Extensive damage to buildings and infrastructure observed during past earthquakes resulting from the liquefaction of shallow saturated soil deposits underneath structures has demonstrated the necessity for further research in the area of liquefaction-induced ground movement effects. This study explores utilizing helical piles as a countermeasure to reduce liquefaction-induced foundation settlement and investigates their seismic performance in liquefiable grounds. Two large-scale shake table test series, one without any mitigation measures and one using helical piles, were conducted using the shake table facility at the University of California, San Diego. During each test series, the soil and superstructure models were extensively instrumented and subjected to two consistently applied shaking sequences. The model ground included a shallow liquefiable layer aimed at replicating the subsurface ground conditions observed in the past earthquakes in New Zealand, Japan, and Turkey.
Liquefaction-induced foundation settlement mechanisms are broadly categorized as follows: (1) shear-induced, (2) volumetric-induced, and (3) ejecta-induced. In the first test series (referred to as the Baseline test hereafter), all these three components were realistically reproduced, while in the second test series (referred to as the Helical Pile test hereafter) the volumetric and ejecta-induced mechanisms were mainly mitigated, resulting in significant reductions in the foundation settlement.
Results from the first test series (i.e., Baseline test) indicated that the flow velocity due to the hydraulic transient gradient displayed an upward flow in the loose layer, which explains the observed sand ejecta. This series of shake table tests resulted in an average total foundation settlement of 28 cm and 42.7 cm during two shaking sequences. The measured foundation settlements were compared to the estimated foundation settlement obtained from Liu and Dobry  and Bray and Macedo’s  simplified procedures. The observed foundation settlements generally were higher than the estimated values. In the second large-scale test series, an identical test setup to the first test series was used except for a group of four helical piles were attached to the shallow foundation to mitigate liquefaction-induced settlements. In this series of tests, a reduced excess pore-water pressure generation around the group of helical piles was observed and is mainly attributed to the increased relative density around their zone of influence as a result of installation. The foundation supported on helical piles underwent almost no differential settlement and tilt. A significant reduction in the total foundation settlement was achieved during the Helical Pile test series compared to the Baseline test series.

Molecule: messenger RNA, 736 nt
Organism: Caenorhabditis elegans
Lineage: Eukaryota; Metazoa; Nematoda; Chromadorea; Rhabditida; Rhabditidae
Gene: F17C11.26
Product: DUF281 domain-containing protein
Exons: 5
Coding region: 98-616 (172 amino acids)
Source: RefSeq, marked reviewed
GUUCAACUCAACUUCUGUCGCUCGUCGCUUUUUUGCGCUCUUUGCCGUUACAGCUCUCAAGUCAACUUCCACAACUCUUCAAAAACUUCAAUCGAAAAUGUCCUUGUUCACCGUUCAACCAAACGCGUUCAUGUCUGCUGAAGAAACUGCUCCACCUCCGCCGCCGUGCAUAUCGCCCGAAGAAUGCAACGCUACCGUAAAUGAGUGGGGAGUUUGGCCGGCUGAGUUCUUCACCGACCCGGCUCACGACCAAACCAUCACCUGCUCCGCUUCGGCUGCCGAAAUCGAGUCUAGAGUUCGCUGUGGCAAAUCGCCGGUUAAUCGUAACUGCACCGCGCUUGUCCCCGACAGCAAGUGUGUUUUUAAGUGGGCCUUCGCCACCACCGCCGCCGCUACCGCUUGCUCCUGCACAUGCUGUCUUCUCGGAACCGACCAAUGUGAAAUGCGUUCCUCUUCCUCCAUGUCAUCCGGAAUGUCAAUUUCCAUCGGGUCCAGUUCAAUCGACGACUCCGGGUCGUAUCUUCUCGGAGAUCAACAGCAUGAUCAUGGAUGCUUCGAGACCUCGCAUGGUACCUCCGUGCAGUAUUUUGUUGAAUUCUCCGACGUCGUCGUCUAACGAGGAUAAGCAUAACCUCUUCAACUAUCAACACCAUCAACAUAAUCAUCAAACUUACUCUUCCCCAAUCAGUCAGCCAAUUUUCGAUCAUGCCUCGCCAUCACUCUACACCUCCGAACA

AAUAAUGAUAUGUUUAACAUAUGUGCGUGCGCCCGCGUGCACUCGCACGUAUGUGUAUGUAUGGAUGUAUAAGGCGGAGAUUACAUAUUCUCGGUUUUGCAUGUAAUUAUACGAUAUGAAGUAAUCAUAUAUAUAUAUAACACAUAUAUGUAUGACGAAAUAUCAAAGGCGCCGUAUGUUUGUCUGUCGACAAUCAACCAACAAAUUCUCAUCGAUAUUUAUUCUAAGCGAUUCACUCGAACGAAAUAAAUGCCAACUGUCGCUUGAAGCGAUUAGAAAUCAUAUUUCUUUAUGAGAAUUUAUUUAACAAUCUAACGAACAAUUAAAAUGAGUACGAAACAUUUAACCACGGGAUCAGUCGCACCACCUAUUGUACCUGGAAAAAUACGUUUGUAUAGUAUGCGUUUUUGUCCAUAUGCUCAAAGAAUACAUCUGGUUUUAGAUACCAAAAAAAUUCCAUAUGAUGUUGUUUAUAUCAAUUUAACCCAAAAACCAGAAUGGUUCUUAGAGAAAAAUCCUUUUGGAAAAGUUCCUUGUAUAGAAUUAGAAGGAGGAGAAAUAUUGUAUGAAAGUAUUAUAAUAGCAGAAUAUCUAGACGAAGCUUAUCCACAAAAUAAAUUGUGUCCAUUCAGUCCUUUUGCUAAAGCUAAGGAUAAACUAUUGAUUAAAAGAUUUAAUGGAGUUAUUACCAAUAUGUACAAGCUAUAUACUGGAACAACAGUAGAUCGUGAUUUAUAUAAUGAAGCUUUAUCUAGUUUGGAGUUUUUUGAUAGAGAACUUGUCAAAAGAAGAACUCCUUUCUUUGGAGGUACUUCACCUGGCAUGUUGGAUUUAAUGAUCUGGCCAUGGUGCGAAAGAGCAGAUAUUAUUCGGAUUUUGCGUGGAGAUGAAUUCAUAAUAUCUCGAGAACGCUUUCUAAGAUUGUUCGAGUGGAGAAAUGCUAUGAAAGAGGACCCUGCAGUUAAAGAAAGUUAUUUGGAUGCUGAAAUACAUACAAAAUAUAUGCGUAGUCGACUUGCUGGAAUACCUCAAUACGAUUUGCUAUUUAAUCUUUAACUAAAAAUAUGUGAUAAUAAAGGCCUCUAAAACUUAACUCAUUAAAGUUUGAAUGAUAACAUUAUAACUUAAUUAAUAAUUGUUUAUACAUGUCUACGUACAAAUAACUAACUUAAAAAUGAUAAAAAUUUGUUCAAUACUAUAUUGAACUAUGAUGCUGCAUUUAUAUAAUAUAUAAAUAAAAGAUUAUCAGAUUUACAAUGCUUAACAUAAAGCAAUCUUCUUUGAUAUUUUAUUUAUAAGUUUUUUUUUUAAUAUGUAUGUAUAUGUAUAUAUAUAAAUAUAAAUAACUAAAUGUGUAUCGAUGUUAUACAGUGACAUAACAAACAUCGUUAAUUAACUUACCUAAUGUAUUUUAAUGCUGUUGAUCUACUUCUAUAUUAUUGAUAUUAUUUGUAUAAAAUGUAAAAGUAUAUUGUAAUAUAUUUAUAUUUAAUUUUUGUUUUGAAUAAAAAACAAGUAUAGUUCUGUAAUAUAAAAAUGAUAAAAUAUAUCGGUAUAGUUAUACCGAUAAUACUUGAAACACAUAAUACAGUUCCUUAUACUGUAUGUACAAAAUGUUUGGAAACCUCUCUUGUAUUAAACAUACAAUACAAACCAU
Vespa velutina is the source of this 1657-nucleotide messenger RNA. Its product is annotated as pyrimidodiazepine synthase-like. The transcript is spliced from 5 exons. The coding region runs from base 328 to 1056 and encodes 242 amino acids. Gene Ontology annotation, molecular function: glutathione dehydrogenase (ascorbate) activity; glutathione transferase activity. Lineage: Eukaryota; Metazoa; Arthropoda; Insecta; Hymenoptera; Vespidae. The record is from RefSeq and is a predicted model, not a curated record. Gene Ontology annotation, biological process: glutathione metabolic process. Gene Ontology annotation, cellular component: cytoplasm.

This shake table project is the first experimental study that reproduced all the key mechanisms mentioned above including the effects of sediment ejecta, which have not been captured in prior experimental studies.
In addition, this series of large-scale shake table tests provides a unique benchmark for the calibration of numerical models and simplified procedures to reliably estimate liquefaction-induced building settlements. Although this study introduced helical piles as a reliable and highly efficient measure to mitigate liquefaction-induced foundation tilt and settlement, the proper design nd application of helical piles in seismic areas still need thorough investigation due to possible amplified superstructure response.
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